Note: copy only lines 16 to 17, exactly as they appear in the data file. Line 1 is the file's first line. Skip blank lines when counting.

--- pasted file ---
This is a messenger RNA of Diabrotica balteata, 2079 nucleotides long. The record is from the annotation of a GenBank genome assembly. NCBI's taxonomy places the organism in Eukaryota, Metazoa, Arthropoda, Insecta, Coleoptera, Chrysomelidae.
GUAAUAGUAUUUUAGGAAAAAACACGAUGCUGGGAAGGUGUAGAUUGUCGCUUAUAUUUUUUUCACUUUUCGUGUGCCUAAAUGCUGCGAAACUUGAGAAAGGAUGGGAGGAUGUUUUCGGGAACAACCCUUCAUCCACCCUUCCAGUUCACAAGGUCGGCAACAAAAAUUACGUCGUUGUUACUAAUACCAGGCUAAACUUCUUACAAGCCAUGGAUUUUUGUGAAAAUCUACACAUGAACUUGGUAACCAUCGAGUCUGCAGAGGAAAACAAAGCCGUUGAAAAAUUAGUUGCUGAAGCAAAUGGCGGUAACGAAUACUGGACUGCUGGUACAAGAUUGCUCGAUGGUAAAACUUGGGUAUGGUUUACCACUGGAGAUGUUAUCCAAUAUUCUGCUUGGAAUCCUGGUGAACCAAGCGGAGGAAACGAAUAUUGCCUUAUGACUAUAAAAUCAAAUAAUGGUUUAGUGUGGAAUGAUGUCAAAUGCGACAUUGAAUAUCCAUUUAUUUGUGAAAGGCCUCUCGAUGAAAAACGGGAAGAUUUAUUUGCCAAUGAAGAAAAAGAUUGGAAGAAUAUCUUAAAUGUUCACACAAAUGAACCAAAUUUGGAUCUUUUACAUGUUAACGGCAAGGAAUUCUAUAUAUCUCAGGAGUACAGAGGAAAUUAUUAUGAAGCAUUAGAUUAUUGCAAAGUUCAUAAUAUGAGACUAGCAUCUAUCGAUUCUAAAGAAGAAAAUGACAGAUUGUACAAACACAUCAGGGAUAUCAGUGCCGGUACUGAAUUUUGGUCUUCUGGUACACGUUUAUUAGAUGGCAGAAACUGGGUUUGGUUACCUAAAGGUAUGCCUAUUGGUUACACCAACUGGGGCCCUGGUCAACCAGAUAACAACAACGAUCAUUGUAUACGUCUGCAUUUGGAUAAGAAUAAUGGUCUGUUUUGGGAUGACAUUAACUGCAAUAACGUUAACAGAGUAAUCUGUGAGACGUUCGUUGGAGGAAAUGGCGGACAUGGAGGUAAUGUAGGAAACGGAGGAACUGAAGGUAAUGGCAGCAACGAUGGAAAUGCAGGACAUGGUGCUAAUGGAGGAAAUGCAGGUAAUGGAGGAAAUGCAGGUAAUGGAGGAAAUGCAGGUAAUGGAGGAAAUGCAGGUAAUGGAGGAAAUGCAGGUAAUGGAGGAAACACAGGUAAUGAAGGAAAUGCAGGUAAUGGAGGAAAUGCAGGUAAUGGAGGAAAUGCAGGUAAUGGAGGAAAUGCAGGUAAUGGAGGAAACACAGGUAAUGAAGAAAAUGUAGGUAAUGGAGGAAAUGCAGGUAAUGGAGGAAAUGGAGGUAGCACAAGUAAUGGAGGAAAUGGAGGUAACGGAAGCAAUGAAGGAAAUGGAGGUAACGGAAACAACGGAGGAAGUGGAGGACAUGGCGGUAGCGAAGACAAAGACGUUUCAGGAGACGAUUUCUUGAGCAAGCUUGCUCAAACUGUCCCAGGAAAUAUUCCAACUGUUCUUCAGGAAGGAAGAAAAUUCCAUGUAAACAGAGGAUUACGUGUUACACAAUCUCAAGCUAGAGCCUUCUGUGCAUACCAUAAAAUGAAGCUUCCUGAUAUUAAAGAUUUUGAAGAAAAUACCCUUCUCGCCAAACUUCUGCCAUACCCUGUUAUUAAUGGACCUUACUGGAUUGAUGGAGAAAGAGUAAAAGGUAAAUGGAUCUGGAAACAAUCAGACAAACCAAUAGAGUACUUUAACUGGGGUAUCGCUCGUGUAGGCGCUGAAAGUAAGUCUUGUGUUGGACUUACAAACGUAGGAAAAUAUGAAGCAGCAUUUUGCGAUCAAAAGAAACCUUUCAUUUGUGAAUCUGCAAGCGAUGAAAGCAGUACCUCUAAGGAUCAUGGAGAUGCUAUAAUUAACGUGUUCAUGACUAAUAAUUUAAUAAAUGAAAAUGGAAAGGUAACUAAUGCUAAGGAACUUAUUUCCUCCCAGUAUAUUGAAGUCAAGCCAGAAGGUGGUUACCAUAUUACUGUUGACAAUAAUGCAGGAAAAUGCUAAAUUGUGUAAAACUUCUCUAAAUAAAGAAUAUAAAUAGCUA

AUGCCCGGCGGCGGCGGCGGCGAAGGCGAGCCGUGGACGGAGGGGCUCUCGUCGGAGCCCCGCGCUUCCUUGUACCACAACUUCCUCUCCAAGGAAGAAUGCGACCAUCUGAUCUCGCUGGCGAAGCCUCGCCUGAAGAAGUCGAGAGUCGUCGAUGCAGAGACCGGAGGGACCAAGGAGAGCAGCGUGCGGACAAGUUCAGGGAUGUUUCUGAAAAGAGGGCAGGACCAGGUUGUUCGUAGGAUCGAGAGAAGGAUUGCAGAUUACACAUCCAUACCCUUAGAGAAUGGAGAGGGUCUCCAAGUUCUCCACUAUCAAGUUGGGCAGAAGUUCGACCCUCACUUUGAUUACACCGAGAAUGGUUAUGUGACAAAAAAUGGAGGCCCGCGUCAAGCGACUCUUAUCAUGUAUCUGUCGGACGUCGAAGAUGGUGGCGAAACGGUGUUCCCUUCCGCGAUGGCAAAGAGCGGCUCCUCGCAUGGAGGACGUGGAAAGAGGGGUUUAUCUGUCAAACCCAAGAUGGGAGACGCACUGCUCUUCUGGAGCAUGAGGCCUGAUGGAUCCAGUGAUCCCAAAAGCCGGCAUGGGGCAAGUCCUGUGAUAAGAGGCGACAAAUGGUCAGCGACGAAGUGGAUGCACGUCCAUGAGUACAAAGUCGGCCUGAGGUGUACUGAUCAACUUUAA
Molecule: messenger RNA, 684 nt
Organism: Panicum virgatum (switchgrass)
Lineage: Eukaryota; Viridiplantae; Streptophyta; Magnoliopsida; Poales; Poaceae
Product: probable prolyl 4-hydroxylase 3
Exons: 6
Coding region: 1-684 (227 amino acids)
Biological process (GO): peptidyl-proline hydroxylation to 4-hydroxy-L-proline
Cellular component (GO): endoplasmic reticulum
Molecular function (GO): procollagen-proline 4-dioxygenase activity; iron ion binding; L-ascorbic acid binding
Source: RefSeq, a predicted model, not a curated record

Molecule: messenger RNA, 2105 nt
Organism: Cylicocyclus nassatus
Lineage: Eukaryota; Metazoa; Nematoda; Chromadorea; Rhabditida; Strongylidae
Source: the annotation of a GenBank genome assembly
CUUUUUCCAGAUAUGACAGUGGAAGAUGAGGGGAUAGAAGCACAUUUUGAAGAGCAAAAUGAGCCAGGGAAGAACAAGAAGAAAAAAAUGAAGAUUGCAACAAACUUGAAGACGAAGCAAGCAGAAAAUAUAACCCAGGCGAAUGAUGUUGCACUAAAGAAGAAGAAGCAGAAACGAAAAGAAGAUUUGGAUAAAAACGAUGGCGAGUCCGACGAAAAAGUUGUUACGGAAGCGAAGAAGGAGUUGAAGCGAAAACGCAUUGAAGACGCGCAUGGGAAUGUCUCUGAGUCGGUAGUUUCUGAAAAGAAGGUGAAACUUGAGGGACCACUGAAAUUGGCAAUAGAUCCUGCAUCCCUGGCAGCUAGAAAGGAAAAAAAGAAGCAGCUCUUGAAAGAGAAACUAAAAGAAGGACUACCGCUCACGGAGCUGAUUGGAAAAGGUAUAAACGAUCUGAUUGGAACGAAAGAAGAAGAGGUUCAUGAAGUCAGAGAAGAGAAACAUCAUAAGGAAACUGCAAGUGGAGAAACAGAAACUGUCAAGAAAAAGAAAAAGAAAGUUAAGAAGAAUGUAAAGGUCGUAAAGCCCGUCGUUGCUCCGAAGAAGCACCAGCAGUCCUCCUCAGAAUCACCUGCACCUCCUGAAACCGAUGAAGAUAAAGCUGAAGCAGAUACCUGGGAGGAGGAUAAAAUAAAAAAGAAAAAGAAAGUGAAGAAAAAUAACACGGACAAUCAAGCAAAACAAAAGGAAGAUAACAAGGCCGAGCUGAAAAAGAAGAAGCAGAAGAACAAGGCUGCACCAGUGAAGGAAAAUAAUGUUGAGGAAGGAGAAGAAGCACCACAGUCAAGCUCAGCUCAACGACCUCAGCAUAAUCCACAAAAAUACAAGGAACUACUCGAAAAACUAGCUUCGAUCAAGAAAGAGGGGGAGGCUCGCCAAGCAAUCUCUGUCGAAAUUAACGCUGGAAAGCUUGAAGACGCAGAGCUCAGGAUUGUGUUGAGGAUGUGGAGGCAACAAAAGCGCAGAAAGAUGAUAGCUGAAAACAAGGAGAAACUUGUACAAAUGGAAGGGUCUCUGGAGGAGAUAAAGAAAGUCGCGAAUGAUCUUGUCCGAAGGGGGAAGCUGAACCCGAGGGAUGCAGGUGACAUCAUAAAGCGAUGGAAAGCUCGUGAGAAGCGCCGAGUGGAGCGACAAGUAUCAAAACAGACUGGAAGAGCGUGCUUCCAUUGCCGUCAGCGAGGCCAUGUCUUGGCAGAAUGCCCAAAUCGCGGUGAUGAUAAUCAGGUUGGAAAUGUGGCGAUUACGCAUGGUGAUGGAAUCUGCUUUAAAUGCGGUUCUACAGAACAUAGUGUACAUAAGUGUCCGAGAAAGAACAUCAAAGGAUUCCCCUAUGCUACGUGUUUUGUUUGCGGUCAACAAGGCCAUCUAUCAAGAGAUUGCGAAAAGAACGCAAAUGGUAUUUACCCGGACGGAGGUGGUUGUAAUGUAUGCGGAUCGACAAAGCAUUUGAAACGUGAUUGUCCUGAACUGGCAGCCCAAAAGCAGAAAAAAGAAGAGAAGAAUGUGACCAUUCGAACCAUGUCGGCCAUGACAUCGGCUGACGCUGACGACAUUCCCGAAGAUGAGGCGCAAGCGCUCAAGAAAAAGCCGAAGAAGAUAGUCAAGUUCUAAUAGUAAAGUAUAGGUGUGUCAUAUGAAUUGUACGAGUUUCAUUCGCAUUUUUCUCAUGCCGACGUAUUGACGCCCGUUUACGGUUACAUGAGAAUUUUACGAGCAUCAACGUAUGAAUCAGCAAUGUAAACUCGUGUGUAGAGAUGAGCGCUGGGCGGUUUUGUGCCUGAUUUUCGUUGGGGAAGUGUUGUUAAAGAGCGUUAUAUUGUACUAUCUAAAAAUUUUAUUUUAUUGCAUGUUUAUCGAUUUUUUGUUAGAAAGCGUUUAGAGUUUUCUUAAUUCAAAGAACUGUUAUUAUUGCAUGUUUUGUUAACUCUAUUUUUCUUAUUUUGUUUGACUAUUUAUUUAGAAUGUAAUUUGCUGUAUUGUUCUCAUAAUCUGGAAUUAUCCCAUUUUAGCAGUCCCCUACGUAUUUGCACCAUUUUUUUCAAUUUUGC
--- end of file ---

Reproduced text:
Lineage: Eukaryota; Metazoa; Nematoda; Chromadorea; Rhabditida; Strongylidae
Source: the annotation of a GenBank genome assembly